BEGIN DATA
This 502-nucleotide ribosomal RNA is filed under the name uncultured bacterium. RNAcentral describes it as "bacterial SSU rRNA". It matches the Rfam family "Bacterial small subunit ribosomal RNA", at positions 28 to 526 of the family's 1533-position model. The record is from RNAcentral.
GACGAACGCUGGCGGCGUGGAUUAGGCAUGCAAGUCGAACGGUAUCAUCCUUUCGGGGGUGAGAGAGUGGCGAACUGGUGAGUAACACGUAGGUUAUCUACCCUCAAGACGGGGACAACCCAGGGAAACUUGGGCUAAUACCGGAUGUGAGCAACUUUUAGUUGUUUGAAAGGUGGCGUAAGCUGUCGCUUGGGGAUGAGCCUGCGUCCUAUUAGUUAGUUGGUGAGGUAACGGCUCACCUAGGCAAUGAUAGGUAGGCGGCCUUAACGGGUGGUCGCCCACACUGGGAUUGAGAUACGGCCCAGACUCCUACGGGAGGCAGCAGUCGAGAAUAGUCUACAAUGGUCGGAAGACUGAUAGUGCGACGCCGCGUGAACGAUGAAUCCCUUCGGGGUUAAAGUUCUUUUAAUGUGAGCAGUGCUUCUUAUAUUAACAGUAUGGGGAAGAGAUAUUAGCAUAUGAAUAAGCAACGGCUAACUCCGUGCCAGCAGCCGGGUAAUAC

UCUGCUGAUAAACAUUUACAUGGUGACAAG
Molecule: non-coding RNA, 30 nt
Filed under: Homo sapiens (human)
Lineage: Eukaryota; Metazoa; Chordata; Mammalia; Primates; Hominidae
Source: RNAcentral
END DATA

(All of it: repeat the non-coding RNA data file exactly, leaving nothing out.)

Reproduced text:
This 502-nucleotide ribosomal RNA is filed under the name uncultured bacterium. RNAcentral describes it as "bacterial SSU rRNA". It matches the Rfam family "Bacterial small subunit ribosomal RNA", at positions 28 to 526 of the family's 1533-position model. The record is from RNAcentral.
GACGAACGCUGGCGGCGUGGAUUAGGCAUGCAAGUCGAACGGUAUCAUCCUUUCGGGGGUGAGAGAGUGGCGAACUGGUGAGUAACACGUAGGUUAUCUACCCUCAAGACGGGGACAACCCAGGGAAACUUGGGCUAAUACCGGAUGUGAGCAACUUUUAGUUGUUUGAAAGGUGGCGUAAGCUGUCGCUUGGGGAUGAGCCUGCGUCCUAUUAGUUAGUUGGUGAGGUAACGGCUCACCUAGGCAAUGAUAGGUAGGCGGCCUUAACGGGUGGUCGCCCACACUGGGAUUGAGAUACGGCCCAGACUCCUACGGGAGGCAGCAGUCGAGAAUAGUCUACAAUGGUCGGAAGACUGAUAGUGCGACGCCGCGUGAACGAUGAAUCCCUUCGGGGUUAAAGUUCUUUUAAUGUGAGCAGUGCUUCUUAUAUUAACAGUAUGGGGAAGAGAUAUUAGCAUAUGAAUAAGCAACGGCUAACUCCGUGCCAGCAGCCGGGUAAUAC

UCUGCUGAUAAACAUUUACAUGGUGACAAG
Molecule: non-coding RNA, 30 nt
Filed under: Homo sapiens (human)
Lineage: Eukaryota; Metazoa; Chordata; Mammalia; Primates; Hominidae
Source: RNAcentral